I'm starting to re-read books. The Making of Scotch Whisky by Moss and Hume was just as illuminating as first time round. I can see myself reading it again some time. Scotch: the whiskies of Scotland in fact and story, wasn't as enjoyable second time round. But Neil M Gunn's whisky and Scotland proved as hard a read as I remembered it.
Written in 1935 its can offer a valuable view of the industry from a time when little was popularly documented. The author wrote several books and his way with words as well as the style of the day had me lost many times. I stopped using my reading card some time ago and even though I don't ask my mum for help with the big words anymore I couldn't help but feel my education was lacking as reference after reference went right over my head. I often felt like giving up but the challenge proved a test I didn't want the book to win. Fortunately the tone turns with last the chunk of the book focusing on more down to earth topics like production and actually mentions a few drams by name. Don't think Ill try this one again.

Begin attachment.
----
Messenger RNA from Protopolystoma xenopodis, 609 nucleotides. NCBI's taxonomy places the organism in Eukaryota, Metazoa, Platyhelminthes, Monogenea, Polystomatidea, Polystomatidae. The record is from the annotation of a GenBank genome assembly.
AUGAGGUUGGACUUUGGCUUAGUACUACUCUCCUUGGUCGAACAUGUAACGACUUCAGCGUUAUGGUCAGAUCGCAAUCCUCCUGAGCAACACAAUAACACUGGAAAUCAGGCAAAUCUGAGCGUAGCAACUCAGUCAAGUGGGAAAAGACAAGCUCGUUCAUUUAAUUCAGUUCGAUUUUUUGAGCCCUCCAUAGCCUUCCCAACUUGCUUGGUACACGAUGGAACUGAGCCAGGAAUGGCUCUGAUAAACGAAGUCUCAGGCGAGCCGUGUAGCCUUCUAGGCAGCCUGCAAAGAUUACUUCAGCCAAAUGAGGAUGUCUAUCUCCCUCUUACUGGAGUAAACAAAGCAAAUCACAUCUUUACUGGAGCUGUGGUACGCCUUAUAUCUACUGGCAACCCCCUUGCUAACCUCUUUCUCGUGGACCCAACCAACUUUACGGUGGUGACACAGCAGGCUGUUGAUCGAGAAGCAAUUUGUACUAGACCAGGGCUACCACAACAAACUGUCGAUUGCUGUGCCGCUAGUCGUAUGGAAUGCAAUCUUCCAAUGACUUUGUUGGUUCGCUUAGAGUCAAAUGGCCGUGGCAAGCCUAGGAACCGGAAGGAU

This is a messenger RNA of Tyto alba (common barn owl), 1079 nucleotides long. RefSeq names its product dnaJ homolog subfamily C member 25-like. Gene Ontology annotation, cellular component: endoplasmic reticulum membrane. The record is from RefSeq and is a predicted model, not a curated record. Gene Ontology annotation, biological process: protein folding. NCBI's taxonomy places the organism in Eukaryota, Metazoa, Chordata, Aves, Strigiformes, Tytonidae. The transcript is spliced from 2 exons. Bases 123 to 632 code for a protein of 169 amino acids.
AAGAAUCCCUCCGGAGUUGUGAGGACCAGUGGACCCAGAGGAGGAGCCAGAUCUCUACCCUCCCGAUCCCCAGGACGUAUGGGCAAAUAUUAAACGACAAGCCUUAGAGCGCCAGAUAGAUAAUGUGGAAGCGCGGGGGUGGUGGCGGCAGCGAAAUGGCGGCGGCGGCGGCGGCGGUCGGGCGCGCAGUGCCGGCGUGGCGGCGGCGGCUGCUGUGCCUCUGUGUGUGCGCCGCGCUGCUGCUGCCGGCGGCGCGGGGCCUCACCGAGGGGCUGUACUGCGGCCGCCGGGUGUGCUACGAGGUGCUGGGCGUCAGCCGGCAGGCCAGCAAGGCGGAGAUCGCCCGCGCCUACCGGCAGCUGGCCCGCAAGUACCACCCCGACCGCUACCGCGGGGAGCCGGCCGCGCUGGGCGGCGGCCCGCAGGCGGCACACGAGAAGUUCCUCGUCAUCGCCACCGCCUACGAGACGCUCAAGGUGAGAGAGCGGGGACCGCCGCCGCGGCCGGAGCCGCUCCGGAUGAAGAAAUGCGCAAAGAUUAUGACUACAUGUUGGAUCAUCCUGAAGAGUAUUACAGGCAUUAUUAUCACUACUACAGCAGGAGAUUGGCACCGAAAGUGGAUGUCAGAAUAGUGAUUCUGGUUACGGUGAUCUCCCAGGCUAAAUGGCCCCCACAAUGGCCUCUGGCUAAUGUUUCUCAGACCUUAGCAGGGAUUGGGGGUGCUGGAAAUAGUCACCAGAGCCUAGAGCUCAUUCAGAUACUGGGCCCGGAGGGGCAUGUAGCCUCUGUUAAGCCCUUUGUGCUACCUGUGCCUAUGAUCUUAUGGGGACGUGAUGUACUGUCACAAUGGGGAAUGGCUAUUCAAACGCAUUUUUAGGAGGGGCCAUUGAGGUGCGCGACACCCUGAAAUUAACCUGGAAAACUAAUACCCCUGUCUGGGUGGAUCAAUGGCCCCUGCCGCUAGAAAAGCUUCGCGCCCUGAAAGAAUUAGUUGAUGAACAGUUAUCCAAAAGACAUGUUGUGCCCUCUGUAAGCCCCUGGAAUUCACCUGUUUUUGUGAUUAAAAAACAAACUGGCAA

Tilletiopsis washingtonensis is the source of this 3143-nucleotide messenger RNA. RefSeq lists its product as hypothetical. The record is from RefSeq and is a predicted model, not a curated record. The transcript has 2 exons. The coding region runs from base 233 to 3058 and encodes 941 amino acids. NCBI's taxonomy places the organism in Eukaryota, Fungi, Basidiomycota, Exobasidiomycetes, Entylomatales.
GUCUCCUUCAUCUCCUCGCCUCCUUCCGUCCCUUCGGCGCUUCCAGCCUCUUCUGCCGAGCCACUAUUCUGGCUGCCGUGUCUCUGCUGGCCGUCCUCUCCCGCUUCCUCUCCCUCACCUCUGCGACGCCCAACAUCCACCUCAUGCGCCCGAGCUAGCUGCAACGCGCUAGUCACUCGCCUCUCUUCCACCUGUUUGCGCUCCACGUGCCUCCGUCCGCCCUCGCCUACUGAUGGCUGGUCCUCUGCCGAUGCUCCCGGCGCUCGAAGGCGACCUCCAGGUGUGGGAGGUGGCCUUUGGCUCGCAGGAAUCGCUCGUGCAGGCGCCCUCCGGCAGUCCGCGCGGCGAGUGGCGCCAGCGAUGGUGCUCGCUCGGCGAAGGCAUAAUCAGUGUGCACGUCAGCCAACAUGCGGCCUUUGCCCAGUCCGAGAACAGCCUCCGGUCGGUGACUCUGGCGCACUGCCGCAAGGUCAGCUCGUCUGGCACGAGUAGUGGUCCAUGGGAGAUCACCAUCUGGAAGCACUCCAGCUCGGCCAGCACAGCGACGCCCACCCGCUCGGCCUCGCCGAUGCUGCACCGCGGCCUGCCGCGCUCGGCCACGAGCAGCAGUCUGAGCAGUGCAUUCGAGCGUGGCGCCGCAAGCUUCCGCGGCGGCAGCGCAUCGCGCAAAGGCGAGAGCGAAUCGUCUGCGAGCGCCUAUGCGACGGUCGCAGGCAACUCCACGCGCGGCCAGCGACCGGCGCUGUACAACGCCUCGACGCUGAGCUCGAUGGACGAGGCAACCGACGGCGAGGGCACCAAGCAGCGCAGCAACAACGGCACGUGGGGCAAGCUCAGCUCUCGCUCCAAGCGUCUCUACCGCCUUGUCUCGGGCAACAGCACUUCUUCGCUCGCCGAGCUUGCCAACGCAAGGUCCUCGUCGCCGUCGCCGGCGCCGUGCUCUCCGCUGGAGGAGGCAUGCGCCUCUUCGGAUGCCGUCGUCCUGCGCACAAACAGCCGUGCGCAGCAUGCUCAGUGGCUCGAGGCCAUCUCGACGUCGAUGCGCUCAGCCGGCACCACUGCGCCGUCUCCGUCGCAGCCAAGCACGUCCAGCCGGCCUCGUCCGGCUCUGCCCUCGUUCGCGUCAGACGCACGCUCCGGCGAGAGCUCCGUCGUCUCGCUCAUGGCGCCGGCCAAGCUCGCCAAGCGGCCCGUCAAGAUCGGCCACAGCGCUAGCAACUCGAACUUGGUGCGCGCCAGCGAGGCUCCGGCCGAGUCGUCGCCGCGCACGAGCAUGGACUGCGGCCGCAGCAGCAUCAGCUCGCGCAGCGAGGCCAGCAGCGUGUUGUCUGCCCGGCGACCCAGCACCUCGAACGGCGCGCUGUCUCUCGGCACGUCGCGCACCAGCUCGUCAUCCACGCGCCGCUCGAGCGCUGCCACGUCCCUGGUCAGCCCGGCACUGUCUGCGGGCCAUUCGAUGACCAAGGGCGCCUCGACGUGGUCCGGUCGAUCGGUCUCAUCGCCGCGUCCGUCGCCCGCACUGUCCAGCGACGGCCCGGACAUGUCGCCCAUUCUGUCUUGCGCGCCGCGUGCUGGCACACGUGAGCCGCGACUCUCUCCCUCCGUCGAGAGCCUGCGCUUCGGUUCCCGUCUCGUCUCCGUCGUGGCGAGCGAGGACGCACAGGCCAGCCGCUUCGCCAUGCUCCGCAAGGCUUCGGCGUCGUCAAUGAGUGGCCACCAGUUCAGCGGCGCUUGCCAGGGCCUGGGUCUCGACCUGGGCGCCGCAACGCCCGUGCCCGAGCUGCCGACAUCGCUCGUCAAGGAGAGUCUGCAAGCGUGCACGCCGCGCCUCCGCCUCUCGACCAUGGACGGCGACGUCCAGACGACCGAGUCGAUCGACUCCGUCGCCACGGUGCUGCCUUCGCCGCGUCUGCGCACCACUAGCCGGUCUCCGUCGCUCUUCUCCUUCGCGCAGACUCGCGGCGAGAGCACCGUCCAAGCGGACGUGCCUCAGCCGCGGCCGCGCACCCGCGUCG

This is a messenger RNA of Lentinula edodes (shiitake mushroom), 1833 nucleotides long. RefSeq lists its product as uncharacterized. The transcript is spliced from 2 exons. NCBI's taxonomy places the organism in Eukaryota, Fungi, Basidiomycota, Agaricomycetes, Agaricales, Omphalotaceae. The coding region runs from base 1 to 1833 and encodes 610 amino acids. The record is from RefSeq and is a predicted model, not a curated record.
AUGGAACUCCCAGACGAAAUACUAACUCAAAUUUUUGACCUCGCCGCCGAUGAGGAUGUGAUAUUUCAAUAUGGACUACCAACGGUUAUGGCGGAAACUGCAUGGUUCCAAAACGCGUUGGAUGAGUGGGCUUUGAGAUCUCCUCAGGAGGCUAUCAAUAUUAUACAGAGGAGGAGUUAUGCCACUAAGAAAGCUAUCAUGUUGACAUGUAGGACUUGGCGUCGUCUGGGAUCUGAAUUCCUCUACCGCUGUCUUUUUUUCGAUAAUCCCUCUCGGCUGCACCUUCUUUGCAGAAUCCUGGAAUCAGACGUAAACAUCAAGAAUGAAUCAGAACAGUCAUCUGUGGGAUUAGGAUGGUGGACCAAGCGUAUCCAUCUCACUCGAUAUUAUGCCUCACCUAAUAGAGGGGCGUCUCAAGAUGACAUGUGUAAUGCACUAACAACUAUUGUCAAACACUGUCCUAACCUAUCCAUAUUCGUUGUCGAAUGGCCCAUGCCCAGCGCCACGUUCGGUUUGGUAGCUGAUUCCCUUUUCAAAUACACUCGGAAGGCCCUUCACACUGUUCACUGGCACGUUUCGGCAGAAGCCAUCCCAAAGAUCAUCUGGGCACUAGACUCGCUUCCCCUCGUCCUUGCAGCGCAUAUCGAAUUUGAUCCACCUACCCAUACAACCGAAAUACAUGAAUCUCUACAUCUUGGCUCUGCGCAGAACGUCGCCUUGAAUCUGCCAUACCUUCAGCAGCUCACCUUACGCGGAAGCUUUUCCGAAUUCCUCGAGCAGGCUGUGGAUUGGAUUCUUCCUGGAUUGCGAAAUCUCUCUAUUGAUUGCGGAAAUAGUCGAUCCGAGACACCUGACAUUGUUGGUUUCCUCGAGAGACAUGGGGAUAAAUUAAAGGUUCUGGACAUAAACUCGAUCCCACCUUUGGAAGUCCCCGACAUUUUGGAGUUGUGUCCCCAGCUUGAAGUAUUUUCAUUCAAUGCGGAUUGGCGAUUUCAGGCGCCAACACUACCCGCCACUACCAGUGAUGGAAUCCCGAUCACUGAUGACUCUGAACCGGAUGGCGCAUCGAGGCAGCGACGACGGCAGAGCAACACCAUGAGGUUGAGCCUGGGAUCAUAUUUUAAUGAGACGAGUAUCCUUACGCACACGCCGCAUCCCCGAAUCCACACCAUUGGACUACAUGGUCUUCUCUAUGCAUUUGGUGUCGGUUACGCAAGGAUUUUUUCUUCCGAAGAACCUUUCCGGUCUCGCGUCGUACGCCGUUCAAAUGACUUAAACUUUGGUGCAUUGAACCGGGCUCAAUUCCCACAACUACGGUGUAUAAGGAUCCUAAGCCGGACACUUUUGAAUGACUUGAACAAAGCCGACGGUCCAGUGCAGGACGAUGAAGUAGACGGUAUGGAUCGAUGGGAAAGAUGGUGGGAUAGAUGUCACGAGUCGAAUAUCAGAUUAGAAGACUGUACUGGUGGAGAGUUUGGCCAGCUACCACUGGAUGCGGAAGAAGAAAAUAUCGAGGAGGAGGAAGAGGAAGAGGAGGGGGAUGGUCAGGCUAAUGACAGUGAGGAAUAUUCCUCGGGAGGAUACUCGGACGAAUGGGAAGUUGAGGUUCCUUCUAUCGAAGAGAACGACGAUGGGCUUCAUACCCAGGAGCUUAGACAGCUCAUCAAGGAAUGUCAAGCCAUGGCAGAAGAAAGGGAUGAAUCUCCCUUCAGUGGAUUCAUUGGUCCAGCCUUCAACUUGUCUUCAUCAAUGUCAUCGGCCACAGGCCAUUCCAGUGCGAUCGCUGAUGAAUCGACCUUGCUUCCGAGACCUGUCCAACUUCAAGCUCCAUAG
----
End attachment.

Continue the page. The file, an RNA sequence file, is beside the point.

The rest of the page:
I'm now reading Whisky Dream Waking a Giant, much more my level. Wonder what giant they are referring to?